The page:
AOL founder could have majority stake after stock sale done
By ILIMA LOOMIS, Staff Writer
WAILUKU – AOL co-founder Steve Case added to his investment in Maui Land & Pineapple Co. this week by purchasing an additional 4.27 million shares under a rights offering by the company.
Case acquired the stock at a price of $3.85 per share, to invest another $16.5 million into the struggling company, according to a report filed with the federal Securities and Exchange Commission on Wednesday.
The sale was made under a plan by ML&P to raise cash by selling 10.4 million new shares to existing stockholders.
The company made a separate announcement this week that it had completed the sale on the New York Stock Exchange.
The proceeds will be used to retire $40 million in convertible notes, giving the company some relief from its significant debt.
Under the offering, each stockholder was offered the right to purchase a limited number of the new shares, in proportion to the size of their previous stake in the company. Case purchased all of the shares that were offered to him.
But he could have access to as many as 6.1 million additional shares if the company’s other stockholders don’t sign up for the rights offering and shares set aside for them are left unsold. The company reported that Case indicated his interest in potentially acquiring all those shares if they were available.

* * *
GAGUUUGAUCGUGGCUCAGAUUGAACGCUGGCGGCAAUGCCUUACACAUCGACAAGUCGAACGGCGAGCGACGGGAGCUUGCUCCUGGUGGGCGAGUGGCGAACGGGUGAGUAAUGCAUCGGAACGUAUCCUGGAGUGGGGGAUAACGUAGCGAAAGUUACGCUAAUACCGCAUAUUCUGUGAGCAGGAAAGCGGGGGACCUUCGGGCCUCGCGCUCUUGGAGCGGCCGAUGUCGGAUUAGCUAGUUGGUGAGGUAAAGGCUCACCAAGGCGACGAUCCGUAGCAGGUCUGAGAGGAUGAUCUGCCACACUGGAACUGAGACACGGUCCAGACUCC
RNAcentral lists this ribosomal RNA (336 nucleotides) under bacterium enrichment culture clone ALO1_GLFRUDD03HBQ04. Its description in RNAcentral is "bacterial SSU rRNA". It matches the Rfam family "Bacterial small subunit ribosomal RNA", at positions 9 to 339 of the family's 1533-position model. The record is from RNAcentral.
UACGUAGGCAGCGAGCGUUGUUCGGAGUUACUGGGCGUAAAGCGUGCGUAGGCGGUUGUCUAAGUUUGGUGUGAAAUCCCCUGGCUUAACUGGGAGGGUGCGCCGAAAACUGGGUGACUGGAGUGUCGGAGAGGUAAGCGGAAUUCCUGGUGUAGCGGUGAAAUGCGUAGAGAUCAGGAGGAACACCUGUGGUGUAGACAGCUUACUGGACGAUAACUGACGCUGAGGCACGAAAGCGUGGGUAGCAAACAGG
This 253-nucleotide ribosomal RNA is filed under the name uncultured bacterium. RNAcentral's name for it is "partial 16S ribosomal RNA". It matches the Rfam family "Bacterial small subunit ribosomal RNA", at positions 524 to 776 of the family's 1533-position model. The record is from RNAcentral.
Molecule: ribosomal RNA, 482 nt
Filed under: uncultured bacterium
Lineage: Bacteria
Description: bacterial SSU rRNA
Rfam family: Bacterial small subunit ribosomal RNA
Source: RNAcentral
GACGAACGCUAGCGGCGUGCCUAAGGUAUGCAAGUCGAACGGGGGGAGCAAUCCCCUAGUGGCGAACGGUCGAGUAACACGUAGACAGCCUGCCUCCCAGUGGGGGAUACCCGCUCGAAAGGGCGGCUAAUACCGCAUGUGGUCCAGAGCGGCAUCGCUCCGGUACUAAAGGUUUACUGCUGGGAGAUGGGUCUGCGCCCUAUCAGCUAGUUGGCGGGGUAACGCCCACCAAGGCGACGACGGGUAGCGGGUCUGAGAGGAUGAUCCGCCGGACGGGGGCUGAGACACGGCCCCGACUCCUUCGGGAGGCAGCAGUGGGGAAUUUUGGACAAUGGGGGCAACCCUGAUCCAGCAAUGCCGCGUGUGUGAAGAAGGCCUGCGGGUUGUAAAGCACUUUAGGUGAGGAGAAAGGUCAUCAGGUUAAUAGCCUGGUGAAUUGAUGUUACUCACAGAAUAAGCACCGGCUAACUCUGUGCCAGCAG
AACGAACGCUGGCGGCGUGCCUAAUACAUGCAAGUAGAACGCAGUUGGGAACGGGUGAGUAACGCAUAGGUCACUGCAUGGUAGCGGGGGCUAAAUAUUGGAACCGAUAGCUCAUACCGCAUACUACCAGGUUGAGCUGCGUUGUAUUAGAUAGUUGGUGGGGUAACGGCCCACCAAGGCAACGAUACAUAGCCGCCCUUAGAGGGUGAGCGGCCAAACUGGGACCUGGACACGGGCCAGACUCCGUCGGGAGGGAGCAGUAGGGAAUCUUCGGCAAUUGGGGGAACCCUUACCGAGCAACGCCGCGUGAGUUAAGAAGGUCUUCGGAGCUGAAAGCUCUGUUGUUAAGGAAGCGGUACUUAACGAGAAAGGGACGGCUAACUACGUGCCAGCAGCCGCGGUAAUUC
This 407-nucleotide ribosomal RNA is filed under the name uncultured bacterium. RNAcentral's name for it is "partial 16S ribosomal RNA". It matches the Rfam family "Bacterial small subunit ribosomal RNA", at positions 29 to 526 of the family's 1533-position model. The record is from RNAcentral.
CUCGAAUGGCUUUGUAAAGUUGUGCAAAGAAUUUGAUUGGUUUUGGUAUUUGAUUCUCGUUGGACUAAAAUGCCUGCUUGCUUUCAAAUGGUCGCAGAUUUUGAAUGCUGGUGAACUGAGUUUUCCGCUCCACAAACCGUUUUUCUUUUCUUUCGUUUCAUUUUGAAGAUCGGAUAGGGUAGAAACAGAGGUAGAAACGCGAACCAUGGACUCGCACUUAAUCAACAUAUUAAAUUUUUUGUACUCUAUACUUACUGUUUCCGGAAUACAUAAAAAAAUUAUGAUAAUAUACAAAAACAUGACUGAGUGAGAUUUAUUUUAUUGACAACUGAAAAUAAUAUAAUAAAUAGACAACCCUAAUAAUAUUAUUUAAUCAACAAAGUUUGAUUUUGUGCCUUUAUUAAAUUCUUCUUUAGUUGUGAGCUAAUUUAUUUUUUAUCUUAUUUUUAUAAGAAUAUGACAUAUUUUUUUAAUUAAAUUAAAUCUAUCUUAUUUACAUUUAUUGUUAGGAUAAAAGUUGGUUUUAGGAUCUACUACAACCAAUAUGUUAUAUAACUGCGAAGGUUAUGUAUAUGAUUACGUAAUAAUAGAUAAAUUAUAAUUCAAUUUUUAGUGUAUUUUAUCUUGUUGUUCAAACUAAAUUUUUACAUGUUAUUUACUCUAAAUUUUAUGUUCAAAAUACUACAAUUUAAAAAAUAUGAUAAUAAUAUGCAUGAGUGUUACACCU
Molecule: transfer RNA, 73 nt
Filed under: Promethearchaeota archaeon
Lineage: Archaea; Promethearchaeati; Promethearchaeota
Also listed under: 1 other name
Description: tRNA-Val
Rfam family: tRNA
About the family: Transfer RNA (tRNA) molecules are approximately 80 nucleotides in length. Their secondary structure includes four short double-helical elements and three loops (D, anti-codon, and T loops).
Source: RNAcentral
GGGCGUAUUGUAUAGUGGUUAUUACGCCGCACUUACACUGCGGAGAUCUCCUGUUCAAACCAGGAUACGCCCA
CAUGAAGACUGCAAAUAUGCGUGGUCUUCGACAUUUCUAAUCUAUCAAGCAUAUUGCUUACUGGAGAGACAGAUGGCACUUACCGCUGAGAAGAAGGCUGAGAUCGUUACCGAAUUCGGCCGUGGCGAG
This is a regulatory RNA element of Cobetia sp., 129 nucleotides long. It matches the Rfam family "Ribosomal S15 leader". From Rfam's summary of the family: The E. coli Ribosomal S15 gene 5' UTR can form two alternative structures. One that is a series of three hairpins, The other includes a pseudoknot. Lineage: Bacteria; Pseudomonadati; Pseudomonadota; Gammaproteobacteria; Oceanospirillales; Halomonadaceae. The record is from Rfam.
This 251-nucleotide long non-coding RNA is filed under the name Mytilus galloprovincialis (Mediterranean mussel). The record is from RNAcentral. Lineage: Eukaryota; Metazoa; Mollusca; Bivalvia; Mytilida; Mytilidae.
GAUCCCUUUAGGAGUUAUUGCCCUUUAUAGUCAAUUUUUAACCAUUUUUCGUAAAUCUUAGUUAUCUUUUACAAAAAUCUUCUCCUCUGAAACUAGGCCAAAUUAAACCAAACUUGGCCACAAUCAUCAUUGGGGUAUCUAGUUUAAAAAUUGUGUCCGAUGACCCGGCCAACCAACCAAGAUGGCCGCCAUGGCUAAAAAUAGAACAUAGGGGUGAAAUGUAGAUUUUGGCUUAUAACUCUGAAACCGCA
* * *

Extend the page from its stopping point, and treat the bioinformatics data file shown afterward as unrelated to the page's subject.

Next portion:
In its report filed with the SEC, the company said Wednesday that it had not yet determined how the unsold stock would be allocated among the investors who wished to purchase it.
With the 7.75 million shares he now owns, Case currently holds a 41.2 percent stake in ML&P, a controlling interest in the company.
But the company said that, depending on how many of the additional shares are allocated to Case, an additional purchase could increase his stake in the company to more than 50 percent.
That could give him even more decision-making power than he already has.
The report also notes that the 3.47 million shares Case previously owned and the 4.27 he purchased this week are pledged by Case’s trust to Bank of Hawaii as collateral for unspecified debts to the bank.
If Case’s trust defaulted on its debts for some reason, that would mean the bank would control the voting power of his shares, the report notes.
Maui Land & Pineapple lost $123.3 million in 2009 and $79.4 million the year before, and previously reported to the SEC that its debt burdens and other woes “raise substantial doubt about the company’s ability to continue as a going concern.”
But the pared-down company appeared to be stanching some of the bleeding in 2010.
After shutting down agriculture operations at the end of last year, the company reported a $2.7 million loss for the first quarter of 2010, compared to losing $13.2 million in the same period in 2009.